San Francisco has tentatively agreed to pay out a total of $2.1 million to an estimated 200 or more inmates who endured months of raw sewage spills at the decrepit seventh-floor jail above the Hall of Justice.
The Board of Supervisors unanimously voted to approve the proposed settlement Tuesday after attorneys accused city officials of failing to address the sewage problems at the aging building for more than a year and a half.
“The conditions were horrific,” attorney Stanley Goff said. “The jail staff and the higher-ups for The City were aware that these inmates were suffering and it just seemed like they didn’t care.”
Goff and attorney Fulvio Cajina sued The City in federal court on behalf more than 130 inmates, alleging “deliberate indifference” by Sheriff’s Department officials including now Sheriff Paul Miyamoto.
Court records show the City Attorney’s Office, which represented the Sheriff’s Department, has admitted the flooding occurred but blamed the inmates for the spills.
The case is one of three civil rights lawsuits being settled under the terms of the $2.1 million agreement.
The others are a class-action lawsuit from attorney Yolanda Huang on behalf of a smaller group of inmates, and a case from inmate Dionn Novell Taylor, who was also represented by Huang.
The funds are expected to be available to all inmates who were impacted by the flooding at County Jail No. 4, with priority given to those who filed grievance forms at the time, attorneys said.
“It’s the least that San Francisco can do for the inmates,” Cajina said.
The issues started when a sewage spill flooded the District Attorney’s Office at the Hall of Justice in January 2017.
To fix the problem, workers made changes to the pipe system that caused human waste and urine to overflow out of the toilets and onto the floor of jail cells above the office, Cajina said.
The flooding continued until The City installed a “Muffin Monster” to grind up sludge in the pipes in September 2018, he said.
The City had previously decided to hold off on the more than $200,000 fix in favor of closing the building, which was deemed seismically unsafe in the 1990s.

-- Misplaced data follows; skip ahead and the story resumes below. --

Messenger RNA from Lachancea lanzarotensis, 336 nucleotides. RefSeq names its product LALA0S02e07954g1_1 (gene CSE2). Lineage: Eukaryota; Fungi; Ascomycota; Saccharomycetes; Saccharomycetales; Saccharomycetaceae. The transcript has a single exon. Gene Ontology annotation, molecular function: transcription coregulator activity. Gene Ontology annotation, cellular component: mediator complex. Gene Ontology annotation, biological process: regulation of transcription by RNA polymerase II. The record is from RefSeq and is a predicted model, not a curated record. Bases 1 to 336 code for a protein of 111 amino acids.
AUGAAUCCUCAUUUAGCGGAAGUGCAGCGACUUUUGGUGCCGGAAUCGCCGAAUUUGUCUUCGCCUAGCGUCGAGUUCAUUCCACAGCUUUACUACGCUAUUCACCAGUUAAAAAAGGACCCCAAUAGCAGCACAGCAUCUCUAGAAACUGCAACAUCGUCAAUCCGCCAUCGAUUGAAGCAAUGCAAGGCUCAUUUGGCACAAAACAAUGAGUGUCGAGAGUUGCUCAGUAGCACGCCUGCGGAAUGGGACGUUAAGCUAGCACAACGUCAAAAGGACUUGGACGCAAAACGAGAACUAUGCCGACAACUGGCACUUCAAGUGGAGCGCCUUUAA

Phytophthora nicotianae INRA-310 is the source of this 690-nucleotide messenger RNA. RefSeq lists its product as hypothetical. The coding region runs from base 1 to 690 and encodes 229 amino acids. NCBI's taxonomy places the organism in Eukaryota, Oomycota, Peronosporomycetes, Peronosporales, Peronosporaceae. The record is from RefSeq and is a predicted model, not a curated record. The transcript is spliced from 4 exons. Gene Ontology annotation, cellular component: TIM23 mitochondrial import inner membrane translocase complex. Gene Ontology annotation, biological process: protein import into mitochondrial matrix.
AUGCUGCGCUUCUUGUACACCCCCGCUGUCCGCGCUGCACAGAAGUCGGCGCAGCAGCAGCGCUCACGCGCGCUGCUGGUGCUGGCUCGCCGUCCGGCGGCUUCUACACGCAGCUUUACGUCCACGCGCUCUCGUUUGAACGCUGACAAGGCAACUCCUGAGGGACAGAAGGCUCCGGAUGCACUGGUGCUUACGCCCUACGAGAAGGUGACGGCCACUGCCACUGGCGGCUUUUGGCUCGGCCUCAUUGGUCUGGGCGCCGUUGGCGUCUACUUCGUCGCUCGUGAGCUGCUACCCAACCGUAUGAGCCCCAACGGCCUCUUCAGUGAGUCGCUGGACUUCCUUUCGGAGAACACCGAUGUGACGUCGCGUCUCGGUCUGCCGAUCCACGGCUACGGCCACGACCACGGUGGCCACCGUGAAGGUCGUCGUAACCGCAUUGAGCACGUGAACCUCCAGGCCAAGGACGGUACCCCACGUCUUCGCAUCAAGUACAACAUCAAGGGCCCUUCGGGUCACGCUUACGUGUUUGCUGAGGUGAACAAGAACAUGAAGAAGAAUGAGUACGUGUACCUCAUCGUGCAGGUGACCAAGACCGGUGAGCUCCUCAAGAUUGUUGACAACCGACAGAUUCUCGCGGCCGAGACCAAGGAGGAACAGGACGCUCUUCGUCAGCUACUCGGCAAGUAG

“The City knew how to fix it and decided it wasn’t cost efficient to fix it,” Cajina said.
Meanwhile, the inmates lived in “abhorrent” conditions, he said.
“When the DA’s office had the raw sewage flooding they moved everyone out of there. They brought in remediation companies to clean everything,” Cajina said. “When the raw sewage would occur in the jails, the inmates were required to clean up by themselves and no one was disinfecting anything.”
“These are the cells where they eat, where they sleep and where they spent most of their time,” he said. “It’s not as if they were able to leave the infected areas.”
In court records, Deputy City Attorney Margaret Baumgartner argued that “the floods were caused by inmates violating the well-known rules regarding appropriate materials to flush in toilets.”
The office also argued that the case should have been tossed because some inmates failed to exhaust their administrative remedies for addressing the issue by filing grievance forms.
But Cajina argued that it would be “pointless” for inmates to file the forms since the department was already aware of the sewage issue. Also, he said a majority of his clients filed the forms.
Huang’s class-action suit similarly alleged that the Sheriff’s Department had “abandoned and abdicated its responsibility to house prisoners… in conditions of even minimal decency.”
Inmates “eat, sleep and live in pools [of] raw sewage containing human feces and urine,” Huang wrote.
The City Attorney’s Office and the Sheriff’s Department did not respond to requests for comment.
Attempts to reach Huang were also not successful.
The settlement comes as San Francisco is preparing to close the jail at the Hall of Justice for good.
In May, the Board of Supervisors voted 10-1 to expedite the jail’s closure from July 2021, as previously planned by the mayor, to Nov. 1, 2020.